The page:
'What, you live on board entirely?'
'Lord, sir,' broke in Mrs. Kibbs, 'I should be afeard o' my life to tine my eyes among these here kimberlins at night-time; and even by day, if so be I venture into the streets, I nowhen forget how many turnings to the right and to the left 'tis to get back to Job's vessel- -do I, Job?'
The skipper nodded confirmation.
'You are safer ashore than afloat,' said Pierston, 'especially in the Channel, with these winds and those heavy blocks of stone.'
'Well,' said Cap'n Kibbs, after privately clearing something from his mouth, 'as to the winds, there idden much danger in them at this time o' year. 'Tis the ocean-bound steamers that make the risk to craft like ours. If you happen to be in their course, under you go--cut clane in two pieces, and they never lying-to to haul in your carcases, and nobody to tell the tale.'
Pierston turned to Avice, wanting to say much to her, yet not knowing what to say. He lamely remarked at last: 'You go back the same way, Avice?'
'Well, take care of yourself afloat.'
'I hope--I may see you again soon--and talk to you.'
'I hope so, sir.'
He could not get further, and after a while Pierston left them, and went away thinking of Avice more than ever.
The next day he mentally timed them down the river, allowing for the pause to take in ballast, and on the Wednesday pictured the sail down the open sea. That night he thought of the little craft under the bows of the huge steam-vessels, powerless to make itself seen or heard, and Avice, now growing inexpressibly dear, sleeping in her little berth at the mercy of a thousand chance catastrophes.
Honest perception had told him that this Avice, fairer than her mother in face and form, was her inferior in soul and understanding. Yet the fervour which the first could never kindle in him was, almost to his alarm, burning up now. He began to have misgivings as to some queer trick that his migratory Beloved was about to play him, or rather the capricious Divinity behind that ideal lady.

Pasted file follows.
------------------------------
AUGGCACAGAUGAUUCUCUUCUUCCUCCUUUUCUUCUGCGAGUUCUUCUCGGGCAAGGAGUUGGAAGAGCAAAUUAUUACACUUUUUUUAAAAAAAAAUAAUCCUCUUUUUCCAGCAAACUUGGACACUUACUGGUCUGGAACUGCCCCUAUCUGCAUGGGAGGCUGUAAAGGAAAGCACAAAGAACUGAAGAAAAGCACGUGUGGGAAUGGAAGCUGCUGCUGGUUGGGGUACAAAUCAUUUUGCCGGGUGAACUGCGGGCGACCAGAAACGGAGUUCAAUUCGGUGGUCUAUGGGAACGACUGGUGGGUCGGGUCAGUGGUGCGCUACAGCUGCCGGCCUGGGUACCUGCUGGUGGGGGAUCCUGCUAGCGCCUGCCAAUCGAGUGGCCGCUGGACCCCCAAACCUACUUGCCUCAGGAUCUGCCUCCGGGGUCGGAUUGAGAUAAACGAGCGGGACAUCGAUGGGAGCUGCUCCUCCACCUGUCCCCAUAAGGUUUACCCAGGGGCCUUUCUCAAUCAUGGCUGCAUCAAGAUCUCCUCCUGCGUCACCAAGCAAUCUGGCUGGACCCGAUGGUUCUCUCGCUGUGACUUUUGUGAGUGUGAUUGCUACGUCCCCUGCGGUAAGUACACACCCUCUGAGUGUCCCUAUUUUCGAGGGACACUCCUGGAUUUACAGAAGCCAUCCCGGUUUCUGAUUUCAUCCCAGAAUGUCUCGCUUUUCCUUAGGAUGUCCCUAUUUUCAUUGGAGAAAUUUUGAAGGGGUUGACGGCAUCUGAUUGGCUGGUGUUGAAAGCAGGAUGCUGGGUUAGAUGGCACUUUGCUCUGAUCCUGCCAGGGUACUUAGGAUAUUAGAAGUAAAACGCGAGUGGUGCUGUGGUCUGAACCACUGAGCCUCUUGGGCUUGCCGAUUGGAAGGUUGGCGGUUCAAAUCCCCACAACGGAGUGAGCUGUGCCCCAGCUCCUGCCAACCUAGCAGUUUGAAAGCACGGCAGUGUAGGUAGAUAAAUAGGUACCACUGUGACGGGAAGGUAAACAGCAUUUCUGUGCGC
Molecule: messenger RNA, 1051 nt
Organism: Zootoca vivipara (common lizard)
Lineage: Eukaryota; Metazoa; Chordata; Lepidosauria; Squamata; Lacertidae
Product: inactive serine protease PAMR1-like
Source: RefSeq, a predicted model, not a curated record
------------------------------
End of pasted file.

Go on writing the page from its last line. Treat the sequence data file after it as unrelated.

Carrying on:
A gigantic satire upon the mutations of his nymph during the past twenty years seemed looming in the distance. A forsaking of the accomplished and well-connected Mrs. Pine-Avon for the little laundress, under the traction of some mystic magnet which had nothing to do with reason--surely that was the form of the satire.
But it was recklessly pleasant to leave the suspicion unrecognized as yet, and follow the lead.
In thinking how best to do this Pierston recollected that, as was customary when the summer-time approached, Sylvania Castle had been advertised for letting furnished. A solitary dreamer like himself, whose wants all lay in an artistic and ideal direction, did not require such gaunt accommodation as the aforesaid residence offered; but the spot was all, and the expenses of a few months of tenancy therein he could well afford. A letter to the agent was dispatched that night, and in a few days Jocelyn found himself the temporary possessor of a place which he had never seen the inside of since his childhood, and had then deemed the abode of unpleasant ghosts.